STATE SEN. ANDY DINNIMAN was the guest of honor at a fundraiser at the Chester Co. Center for Arts and Culture. The overflow crowd consisted of Democrats and Republicans. Dinniman represents one of the wealthiest districts in the state yet breaks the pattern of such areas being represented by a Republican. Dinniman was accompanied by his lovely wife MARGOT and their oversized, well-groomed poodle HENRY. Henry is also well-known in the Chester Co. District.
Two potential civil wars loom on the horizon. The first and most likely is that of a primary challenge to incumbent STATE SEN. TINA TARTAGLIONE from former City COUNCILMAN DAN SAVAGE. Savage is rumored to have the staunch support of powerful union head JOHN DOUGHERTY. But many labor leaders still support Tartaglione. It will be interesting to see how that battle plays out. Doc has always been a powerful independent, but will he risk the almost-unanimous consternation of the other labor leaders? And does Dougherty want a two-front war?
The other looming battle is between incumbent STATE REP. JOHN SABATINA, JR. and newly elected STATE REP. EDDIE NEILSON. Both representatives serve Northeast Philadelphia but their districts are being merged. WARD LEADER JOHN SABATINA, SR. and Doc have had up-and-down relations over the years but have been mostly positive. Neilson won the former seat of now-City COUNCILMAN DENNY O’BRIEN. Many insiders think his “new” stature should mean he steps aside. But word on the street is an all-out battle between Sabatina and Neilson is looming. This is just another example of how success among Democrats usually leads to monumental failure. Democrats always end up fighting with each other and that presents opportunities to Republicans.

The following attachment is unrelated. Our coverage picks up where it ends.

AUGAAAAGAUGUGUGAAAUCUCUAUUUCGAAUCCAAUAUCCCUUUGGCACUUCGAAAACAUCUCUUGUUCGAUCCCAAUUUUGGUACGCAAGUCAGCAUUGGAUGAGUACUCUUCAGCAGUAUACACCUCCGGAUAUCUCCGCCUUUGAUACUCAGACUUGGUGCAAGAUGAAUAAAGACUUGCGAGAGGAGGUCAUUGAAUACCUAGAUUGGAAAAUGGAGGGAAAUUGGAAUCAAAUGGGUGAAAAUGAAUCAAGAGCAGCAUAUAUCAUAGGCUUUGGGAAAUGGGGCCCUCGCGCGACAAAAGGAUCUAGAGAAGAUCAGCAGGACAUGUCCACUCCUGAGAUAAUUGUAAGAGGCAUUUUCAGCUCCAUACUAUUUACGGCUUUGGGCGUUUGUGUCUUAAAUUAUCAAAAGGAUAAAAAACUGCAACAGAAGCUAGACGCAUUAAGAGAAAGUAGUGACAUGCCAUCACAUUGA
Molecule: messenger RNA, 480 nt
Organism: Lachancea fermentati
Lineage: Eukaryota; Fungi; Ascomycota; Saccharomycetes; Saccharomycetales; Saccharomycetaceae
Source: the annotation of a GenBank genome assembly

Fighting is not a new phenomenon in City Council and the opening council session featured a battle for public schools. COUNCILMAN WILSON GOODE introduced several bills to scale back the city’s 10-year property-tax abatements for new homes and use the savings for the schools. This idea will generate a lot of debate among Council Members, developers, the chambers of commerce, and labor leaders whose members have benefited from the development spurred by the tax abatements. Look for this fight to continue well into the fall council session.